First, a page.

I used to live in Carrboro, North Carolina—a town that has a lot going for it in terms of sustainability. (So much so, that it was the chosen image for one of Zach’s posts about car-free living.) But despite my knowledge of its urban farm tours and goat-powered landscaping companies, I wasn’t aware of one important fact:
Carrboro has long had policies in place to nurture and protect pollinators.
From its Least Toxic Integrated Pest Management policy, adopted in 1999, through using native plants in municipal landscaping to purchasing a steam weeder to limit the use of unnecessary chemicals, the town has gone to great lengths to consider environmental health when planning its own landscaping operations. But what happens in a town isn’t just up to the local government. It’s up to the people there too.
That’s why I was excited to hear that Carrboro is becoming an official Bee City USA, the third of its kind in the country. (Asheville, North Carolina and Talent, Oregon, beat Carrboro to it.) Alongside the city’s existing pollinator protection efforts, the Bee City USA plan—which was unanimously approved by the town’s Board of Aldermen—will include promoting the use of native and sustainably grown plants to local residents, raising awareness about sustainable farming practices, and prominently displaying Bee City USA signage on entrances to the town.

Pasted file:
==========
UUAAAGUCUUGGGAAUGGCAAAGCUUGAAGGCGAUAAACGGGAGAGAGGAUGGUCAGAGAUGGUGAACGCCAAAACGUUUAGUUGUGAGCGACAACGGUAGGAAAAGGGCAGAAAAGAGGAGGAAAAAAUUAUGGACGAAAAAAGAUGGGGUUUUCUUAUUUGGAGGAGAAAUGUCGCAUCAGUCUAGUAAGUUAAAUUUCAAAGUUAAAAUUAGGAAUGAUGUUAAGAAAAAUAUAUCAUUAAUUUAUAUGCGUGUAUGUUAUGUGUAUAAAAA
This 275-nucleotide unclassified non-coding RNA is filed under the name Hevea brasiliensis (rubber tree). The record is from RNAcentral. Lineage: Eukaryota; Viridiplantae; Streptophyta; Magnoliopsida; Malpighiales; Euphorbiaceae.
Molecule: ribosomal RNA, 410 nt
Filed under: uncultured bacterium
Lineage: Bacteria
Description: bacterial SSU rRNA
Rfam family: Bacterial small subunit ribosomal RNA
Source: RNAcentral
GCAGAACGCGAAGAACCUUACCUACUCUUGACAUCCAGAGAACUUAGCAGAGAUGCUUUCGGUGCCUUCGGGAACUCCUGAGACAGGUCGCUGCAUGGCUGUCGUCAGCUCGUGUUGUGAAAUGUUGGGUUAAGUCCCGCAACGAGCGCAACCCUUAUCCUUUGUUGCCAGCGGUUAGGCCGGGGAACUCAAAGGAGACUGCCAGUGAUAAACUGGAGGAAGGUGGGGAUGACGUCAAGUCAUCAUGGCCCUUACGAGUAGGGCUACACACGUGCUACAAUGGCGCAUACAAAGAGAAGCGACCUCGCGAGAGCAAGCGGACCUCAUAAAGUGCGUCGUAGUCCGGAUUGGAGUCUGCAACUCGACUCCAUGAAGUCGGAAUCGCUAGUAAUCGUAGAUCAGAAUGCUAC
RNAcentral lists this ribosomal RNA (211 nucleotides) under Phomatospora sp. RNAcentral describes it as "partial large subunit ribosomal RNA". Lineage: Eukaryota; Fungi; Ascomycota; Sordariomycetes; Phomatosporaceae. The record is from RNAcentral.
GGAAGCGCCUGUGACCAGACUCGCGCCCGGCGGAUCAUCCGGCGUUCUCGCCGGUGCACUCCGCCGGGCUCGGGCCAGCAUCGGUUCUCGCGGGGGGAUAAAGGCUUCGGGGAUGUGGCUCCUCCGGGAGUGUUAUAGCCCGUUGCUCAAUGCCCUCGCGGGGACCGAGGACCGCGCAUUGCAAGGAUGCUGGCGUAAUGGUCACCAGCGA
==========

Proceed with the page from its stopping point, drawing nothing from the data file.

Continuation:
As the Bee City USA webpage on becoming a Bee City notes, the potential economic and community benefits are significant. From encouraging micro-enterprises through improving agricultural production to increasing local nursery markets, these bee-friendly efforts could well be a catalyst for some healthy, grassroots economic stimulus too.
And while I might be tempted, at first, to question the value of “prominent signage” to the health of bees. In actuality, however, this might be one of the most important aspects of becoming a Bee City. By encouraging the community to self-identify as leaders in bee protection, it leverages civic pride, marketing and a generous dose of peer pressure to encourage everyone to do their part, both for bees and for the local community.
Photo courtesy Wolfpix